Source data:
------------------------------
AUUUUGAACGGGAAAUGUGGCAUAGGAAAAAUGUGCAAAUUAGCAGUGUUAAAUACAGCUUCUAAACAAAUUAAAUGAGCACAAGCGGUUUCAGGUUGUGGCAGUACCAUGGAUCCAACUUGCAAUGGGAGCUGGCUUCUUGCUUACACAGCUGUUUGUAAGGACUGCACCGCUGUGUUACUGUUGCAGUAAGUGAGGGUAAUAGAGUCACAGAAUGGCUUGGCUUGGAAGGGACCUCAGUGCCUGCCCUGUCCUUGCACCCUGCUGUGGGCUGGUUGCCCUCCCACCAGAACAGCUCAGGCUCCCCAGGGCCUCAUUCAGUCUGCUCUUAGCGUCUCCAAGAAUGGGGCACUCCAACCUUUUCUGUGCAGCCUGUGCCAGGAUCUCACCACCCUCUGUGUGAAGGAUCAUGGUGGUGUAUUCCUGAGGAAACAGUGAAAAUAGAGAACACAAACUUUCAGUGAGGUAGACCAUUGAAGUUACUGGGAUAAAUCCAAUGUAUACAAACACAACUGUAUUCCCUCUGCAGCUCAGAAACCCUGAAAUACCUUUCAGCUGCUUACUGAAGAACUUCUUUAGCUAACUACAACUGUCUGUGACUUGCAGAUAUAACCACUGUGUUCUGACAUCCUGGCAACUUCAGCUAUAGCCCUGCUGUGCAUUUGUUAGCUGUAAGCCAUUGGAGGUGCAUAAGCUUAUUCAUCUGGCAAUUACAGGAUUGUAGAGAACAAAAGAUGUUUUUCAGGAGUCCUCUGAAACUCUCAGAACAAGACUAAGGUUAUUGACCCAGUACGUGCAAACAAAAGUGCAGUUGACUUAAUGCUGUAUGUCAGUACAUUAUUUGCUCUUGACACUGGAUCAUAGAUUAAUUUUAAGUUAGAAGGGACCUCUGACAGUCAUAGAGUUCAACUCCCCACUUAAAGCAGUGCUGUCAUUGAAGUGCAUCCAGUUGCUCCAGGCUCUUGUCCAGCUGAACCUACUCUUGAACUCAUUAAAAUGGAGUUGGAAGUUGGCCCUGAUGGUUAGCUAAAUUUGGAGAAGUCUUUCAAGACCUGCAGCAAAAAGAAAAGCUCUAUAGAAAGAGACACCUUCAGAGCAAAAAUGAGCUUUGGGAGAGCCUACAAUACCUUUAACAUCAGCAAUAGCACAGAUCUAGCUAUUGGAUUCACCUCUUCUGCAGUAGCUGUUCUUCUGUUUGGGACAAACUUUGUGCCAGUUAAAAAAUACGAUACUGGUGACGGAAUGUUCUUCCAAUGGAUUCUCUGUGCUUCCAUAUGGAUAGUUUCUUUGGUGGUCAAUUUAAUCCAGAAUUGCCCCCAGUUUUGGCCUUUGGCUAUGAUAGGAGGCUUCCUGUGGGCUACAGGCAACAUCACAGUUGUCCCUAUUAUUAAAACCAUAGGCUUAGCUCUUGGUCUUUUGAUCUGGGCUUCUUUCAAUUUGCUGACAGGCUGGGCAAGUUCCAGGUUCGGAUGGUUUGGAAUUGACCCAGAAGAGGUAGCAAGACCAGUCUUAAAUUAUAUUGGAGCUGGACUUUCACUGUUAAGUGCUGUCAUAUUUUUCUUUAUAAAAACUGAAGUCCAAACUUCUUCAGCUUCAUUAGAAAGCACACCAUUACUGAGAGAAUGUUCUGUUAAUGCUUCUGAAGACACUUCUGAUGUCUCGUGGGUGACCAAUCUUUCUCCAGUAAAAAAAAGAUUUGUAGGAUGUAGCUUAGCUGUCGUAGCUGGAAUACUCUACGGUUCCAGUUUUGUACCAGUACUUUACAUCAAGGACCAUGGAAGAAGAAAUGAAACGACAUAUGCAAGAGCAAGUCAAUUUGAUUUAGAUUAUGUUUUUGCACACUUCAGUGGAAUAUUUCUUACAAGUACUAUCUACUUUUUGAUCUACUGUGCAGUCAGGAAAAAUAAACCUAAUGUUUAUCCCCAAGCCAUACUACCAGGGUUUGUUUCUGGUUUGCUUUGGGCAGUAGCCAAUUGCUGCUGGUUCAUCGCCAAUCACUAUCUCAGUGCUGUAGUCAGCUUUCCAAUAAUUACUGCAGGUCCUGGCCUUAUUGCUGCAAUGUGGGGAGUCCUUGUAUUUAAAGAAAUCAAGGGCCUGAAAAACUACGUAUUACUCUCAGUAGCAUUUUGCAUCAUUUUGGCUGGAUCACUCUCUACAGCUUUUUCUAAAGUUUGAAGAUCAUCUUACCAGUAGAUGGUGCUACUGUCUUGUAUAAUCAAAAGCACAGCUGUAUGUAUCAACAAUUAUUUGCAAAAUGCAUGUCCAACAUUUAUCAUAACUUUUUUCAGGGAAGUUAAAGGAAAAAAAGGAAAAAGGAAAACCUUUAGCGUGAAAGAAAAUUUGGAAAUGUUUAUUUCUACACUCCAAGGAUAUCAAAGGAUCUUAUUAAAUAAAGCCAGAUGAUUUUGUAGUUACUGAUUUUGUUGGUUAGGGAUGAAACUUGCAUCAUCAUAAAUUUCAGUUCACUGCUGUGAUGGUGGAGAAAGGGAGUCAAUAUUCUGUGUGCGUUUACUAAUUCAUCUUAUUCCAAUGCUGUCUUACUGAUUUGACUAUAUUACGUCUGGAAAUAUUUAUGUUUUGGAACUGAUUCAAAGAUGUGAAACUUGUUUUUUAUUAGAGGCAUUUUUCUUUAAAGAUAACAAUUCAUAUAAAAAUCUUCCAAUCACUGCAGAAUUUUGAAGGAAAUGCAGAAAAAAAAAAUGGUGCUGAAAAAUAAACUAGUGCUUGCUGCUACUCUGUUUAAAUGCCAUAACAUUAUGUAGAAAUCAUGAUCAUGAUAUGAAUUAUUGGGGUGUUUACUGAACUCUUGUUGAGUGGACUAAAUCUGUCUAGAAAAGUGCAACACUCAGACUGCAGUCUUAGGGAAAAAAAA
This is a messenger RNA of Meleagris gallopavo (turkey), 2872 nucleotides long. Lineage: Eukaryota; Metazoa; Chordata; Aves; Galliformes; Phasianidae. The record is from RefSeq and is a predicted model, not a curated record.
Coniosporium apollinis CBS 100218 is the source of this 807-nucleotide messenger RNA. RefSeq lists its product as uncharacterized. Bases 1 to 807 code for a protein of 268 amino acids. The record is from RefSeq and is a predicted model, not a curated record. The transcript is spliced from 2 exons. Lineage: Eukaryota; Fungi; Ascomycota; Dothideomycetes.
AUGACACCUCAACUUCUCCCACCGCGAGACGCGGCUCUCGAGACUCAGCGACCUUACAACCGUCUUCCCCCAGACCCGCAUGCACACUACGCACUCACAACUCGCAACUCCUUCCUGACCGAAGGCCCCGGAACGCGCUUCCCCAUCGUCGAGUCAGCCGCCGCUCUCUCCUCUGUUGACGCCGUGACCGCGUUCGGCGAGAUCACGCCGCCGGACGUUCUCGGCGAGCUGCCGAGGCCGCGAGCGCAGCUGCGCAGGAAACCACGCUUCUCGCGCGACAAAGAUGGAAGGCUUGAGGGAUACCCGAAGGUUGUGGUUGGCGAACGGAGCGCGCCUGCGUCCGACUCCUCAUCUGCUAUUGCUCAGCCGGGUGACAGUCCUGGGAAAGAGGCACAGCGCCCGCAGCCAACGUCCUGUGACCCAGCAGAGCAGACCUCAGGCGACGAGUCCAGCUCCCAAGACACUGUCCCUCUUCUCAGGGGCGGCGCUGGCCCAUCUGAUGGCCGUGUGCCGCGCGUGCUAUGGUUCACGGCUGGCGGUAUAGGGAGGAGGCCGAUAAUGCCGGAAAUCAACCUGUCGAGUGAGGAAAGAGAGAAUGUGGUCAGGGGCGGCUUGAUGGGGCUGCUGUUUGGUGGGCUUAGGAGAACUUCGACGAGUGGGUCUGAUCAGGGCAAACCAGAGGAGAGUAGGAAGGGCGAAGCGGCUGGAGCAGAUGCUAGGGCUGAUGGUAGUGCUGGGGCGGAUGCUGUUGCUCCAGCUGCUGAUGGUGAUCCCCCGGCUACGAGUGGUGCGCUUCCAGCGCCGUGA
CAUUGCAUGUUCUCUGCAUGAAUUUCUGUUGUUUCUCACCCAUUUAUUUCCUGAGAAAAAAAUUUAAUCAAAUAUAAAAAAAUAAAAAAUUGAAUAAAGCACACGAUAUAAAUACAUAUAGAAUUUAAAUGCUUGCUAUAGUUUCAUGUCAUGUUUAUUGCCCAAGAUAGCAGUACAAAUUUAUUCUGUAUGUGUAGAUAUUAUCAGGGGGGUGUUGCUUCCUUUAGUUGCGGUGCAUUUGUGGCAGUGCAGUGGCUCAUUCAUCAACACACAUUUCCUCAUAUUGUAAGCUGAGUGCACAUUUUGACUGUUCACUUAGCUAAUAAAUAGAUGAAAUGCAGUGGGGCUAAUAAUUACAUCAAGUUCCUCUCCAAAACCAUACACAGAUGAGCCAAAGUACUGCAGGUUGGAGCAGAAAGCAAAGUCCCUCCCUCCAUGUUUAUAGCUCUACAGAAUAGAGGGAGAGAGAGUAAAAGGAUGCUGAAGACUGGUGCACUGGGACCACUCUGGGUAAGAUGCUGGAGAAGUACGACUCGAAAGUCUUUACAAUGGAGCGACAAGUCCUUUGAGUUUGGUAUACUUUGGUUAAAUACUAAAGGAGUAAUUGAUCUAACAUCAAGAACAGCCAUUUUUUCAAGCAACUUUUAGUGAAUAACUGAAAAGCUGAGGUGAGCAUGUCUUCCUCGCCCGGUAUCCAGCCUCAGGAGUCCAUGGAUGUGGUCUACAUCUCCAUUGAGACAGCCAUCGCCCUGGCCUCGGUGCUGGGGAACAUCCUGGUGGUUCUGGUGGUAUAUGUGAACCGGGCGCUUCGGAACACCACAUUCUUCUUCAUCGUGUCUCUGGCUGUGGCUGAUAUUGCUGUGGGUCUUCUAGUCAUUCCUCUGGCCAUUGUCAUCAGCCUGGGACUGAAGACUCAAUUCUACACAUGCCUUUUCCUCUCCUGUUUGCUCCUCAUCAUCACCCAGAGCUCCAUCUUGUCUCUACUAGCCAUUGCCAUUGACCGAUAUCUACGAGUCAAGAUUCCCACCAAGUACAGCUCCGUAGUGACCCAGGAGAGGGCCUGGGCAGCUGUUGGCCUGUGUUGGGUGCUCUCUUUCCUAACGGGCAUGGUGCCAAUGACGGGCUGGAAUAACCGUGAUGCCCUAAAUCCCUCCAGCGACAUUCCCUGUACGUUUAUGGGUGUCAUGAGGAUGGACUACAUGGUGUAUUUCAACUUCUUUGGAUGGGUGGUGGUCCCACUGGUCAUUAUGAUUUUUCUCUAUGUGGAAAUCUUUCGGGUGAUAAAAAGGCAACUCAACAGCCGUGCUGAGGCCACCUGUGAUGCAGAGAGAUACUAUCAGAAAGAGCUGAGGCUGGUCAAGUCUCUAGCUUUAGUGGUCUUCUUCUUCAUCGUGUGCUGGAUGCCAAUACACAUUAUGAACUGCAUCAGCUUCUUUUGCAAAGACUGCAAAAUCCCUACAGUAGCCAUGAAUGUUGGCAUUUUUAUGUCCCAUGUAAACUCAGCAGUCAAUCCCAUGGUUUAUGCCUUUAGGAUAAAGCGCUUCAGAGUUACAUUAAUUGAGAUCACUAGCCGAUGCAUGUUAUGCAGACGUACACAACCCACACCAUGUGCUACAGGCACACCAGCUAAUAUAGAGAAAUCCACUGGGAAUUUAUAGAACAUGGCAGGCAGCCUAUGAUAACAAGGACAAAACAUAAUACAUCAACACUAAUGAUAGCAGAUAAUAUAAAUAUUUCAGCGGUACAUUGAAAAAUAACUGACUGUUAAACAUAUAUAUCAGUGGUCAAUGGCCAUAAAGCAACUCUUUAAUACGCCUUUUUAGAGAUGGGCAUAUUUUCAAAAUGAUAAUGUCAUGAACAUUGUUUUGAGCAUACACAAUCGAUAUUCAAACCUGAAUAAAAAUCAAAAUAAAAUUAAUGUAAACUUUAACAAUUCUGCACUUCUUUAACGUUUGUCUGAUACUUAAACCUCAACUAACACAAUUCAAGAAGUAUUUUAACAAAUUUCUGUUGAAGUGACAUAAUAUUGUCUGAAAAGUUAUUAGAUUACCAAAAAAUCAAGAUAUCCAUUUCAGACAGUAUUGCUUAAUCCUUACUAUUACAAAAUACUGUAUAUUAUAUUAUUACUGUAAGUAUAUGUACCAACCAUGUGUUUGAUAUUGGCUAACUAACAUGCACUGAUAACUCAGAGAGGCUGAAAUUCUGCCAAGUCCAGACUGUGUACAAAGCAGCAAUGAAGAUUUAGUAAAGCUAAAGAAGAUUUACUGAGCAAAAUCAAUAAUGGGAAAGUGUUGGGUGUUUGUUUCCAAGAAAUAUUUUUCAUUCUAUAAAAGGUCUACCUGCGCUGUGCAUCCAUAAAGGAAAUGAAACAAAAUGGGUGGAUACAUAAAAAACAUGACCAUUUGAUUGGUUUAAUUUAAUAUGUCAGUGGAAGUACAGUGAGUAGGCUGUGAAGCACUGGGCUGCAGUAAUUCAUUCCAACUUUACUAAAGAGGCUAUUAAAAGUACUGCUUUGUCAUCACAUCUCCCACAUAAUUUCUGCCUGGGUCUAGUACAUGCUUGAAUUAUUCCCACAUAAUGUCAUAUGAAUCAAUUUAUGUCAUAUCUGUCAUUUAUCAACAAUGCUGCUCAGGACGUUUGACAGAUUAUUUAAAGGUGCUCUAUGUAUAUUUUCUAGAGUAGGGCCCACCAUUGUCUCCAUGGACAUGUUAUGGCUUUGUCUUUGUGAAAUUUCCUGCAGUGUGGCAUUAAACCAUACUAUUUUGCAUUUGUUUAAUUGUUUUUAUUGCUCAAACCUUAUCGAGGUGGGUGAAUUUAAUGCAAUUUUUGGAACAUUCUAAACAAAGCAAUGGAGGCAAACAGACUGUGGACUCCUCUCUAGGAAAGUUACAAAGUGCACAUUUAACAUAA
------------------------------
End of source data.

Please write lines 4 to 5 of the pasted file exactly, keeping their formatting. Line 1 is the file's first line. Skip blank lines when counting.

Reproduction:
AUGACACCUCAACUUCUCCCACCGCGAGACGCGGCUCUCGAGACUCAGCGACCUUACAACCGUCUUCCCCCAGACCCGCAUGCACACUACGCACUCACAACUCGCAACUCCUUCCUGACCGAAGGCCCCGGAACGCGCUUCCCCAUCGUCGAGUCAGCCGCCGCUCUCUCCUCUGUUGACGCCGUGACCGCGUUCGGCGAGAUCACGCCGCCGGACGUUCUCGGCGAGCUGCCGAGGCCGCGAGCGCAGCUGCGCAGGAAACCACGCUUCUCGCGCGACAAAGAUGGAAGGCUUGAGGGAUACCCGAAGGUUGUGGUUGGCGAACGGAGCGCGCCUGCGUCCGACUCCUCAUCUGCUAUUGCUCAGCCGGGUGACAGUCCUGGGAAAGAGGCACAGCGCCCGCAGCCAACGUCCUGUGACCCAGCAGAGCAGACCUCAGGCGACGAGUCCAGCUCCCAAGACACUGUCCCUCUUCUCAGGGGCGGCGCUGGCCCAUCUGAUGGCCGUGUGCCGCGCGUGCUAUGGUUCACGGCUGGCGGUAUAGGGAGGAGGCCGAUAAUGCCGGAAAUCAACCUGUCGAGUGAGGAAAGAGAGAAUGUGGUCAGGGGCGGCUUGAUGGGGCUGCUGUUUGGUGGGCUUAGGAGAACUUCGACGAGUGGGUCUGAUCAGGGCAAACCAGAGGAGAGUAGGAAGGGCGAAGCGGCUGGAGCAGAUGCUAGGGCUGAUGGUAGUGCUGGGGCGGAUGCUGUUGCUCCAGCUGCUGAUGGUGAUCCCCCGGCUACGAGUGGUGCGCUUCCAGCGCCGUGA
CAUUGCAUGUUCUCUGCAUGAAUUUCUGUUGUUUCUCACCCAUUUAUUUCCUGAGAAAAAAAUUUAAUCAAAUAUAAAAAAAUAAAAAAUUGAAUAAAGCACACGAUAUAAAUACAUAUAGAAUUUAAAUGCUUGCUAUAGUUUCAUGUCAUGUUUAUUGCCCAAGAUAGCAGUACAAAUUUAUUCUGUAUGUGUAGAUAUUAUCAGGGGGGUGUUGCUUCCUUUAGUUGCGGUGCAUUUGUGGCAGUGCAGUGGCUCAUUCAUCAACACACAUUUCCUCAUAUUGUAAGCUGAGUGCACAUUUUGACUGUUCACUUAGCUAAUAAAUAGAUGAAAUGCAGUGGGGCUAAUAAUUACAUCAAGUUCCUCUCCAAAACCAUACACAGAUGAGCCAAAGUACUGCAGGUUGGAGCAGAAAGCAAAGUCCCUCCCUCCAUGUUUAUAGCUCUACAGAAUAGAGGGAGAGAGAGUAAAAGGAUGCUGAAGACUGGUGCACUGGGACCACUCUGGGUAAGAUGCUGGAGAAGUACGACUCGAAAGUCUUUACAAUGGAGCGACAAGUCCUUUGAGUUUGGUAUACUUUGGUUAAAUACUAAAGGAGUAAUUGAUCUAACAUCAAGAACAGCCAUUUUUUCAAGCAACUUUUAGUGAAUAACUGAAAAGCUGAGGUGAGCAUGUCUUCCUCGCCCGGUAUCCAGCCUCAGGAGUCCAUGGAUGUGGUCUACAUCUCCAUUGAGACAGCCAUCGCCCUGGCCUCGGUGCUGGGGAACAUCCUGGUGGUUCUGGUGGUAUAUGUGAACCGGGCGCUUCGGAACACCACAUUCUUCUUCAUCGUGUCUCUGGCUGUGGCUGAUAUUGCUGUGGGUCUUCUAGUCAUUCCUCUGGCCAUUGUCAUCAGCCUGGGACUGAAGACUCAAUUCUACACAUGCCUUUUCCUCUCCUGUUUGCUCCUCAUCAUCACCCAGAGCUCCAUCUUGUCUCUACUAGCCAUUGCCAUUGACCGAUAUCUACGAGUCAAGAUUCCCACCAAGUACAGCUCCGUAGUGACCCAGGAGAGGGCCUGGGCAGCUGUUGGCCUGUGUUGGGUGCUCUCUUUCCUAACGGGCAUGGUGCCAAUGACGGGCUGGAAUAACCGUGAUGCCCUAAAUCCCUCCAGCGACAUUCCCUGUACGUUUAUGGGUGUCAUGAGGAUGGACUACAUGGUGUAUUUCAACUUCUUUGGAUGGGUGGUGGUCCCACUGGUCAUUAUGAUUUUUCUCUAUGUGGAAAUCUUUCGGGUGAUAAAAAGGCAACUCAACAGCCGUGCUGAGGCCACCUGUGAUGCAGAGAGAUACUAUCAGAAAGAGCUGAGGCUGGUCAAGUCUCUAGCUUUAGUGGUCUUCUUCUUCAUCGUGUGCUGGAUGCCAAUACACAUUAUGAACUGCAUCAGCUUCUUUUGCAAAGACUGCAAAAUCCCUACAGUAGCCAUGAAUGUUGGCAUUUUUAUGUCCCAUGUAAACUCAGCAGUCAAUCCCAUGGUUUAUGCCUUUAGGAUAAAGCGCUUCAGAGUUACAUUAAUUGAGAUCACUAGCCGAUGCAUGUUAUGCAGACGUACACAACCCACACCAUGUGCUACAGGCACACCAGCUAAUAUAGAGAAAUCCACUGGGAAUUUAUAGAACAUGGCAGGCAGCCUAUGAUAACAAGGACAAAACAUAAUACAUCAACACUAAUGAUAGCAGAUAAUAUAAAUAUUUCAGCGGUACAUUGAAAAAUAACUGACUGUUAAACAUAUAUAUCAGUGGUCAAUGGCCAUAAAGCAACUCUUUAAUACGCCUUUUUAGAGAUGGGCAUAUUUUCAAAAUGAUAAUGUCAUGAACAUUGUUUUGAGCAUACACAAUCGAUAUUCAAACCUGAAUAAAAAUCAAAAUAAAAUUAAUGUAAACUUUAACAAUUCUGCACUUCUUUAACGUUUGUCUGAUACUUAAACCUCAACUAACACAAUUCAAGAAGUAUUUUAACAAAUUUCUGUUGAAGUGACAUAAUAUUGUCUGAAAAGUUAUUAGAUUACCAAAAAAUCAAGAUAUCCAUUUCAGACAGUAUUGCUUAAUCCUUACUAUUACAAAAUACUGUAUAUUAUAUUAUUACUGUAAGUAUAUGUACCAACCAUGUGUUUGAUAUUGGCUAACUAACAUGCACUGAUAACUCAGAGAGGCUGAAAUUCUGCCAAGUCCAGACUGUGUACAAAGCAGCAAUGAAGAUUUAGUAAAGCUAAAGAAGAUUUACUGAGCAAAAUCAAUAAUGGGAAAGUGUUGGGUGUUUGUUUCCAAGAAAUAUUUUUCAUUCUAUAAAAGGUCUACCUGCGCUGUGCAUCCAUAAAGGAAAUGAAACAAAAUGGGUGGAUACAUAAAAAACAUGACCAUUUGAUUGGUUUAAUUUAAUAUGUCAGUGGAAGUACAGUGAGUAGGCUGUGAAGCACUGGGCUGCAGUAAUUCAUUCCAACUUUACUAAAGAGGCUAUUAAAAGUACUGCUUUGUCAUCACAUCUCCCACAUAAUUUCUGCCUGGGUCUAGUACAUGCUUGAAUUAUUCCCACAUAAUGUCAUAUGAAUCAAUUUAUGUCAUAUCUGUCAUUUAUCAACAAUGCUGCUCAGGACGUUUGACAGAUUAUUUAAAGGUGCUCUAUGUAUAUUUUCUAGAGUAGGGCCCACCAUUGUCUCCAUGGACAUGUUAUGGCUUUGUCUUUGUGAAAUUUCCUGCAGUGUGGCAUUAAACCAUACUAUUUUGCAUUUGUUUAAUUGUUUUUAUUGCUCAAACCUUAUCGAGGUGGGUGAAUUUAAUGCAAUUUUUGGAACAUUCUAAACAAAGCAAUGGAGGCAAACAGACUGUGGACUCCUCUCUAGGAAAGUUACAAAGUGCACAUUUAACAUAA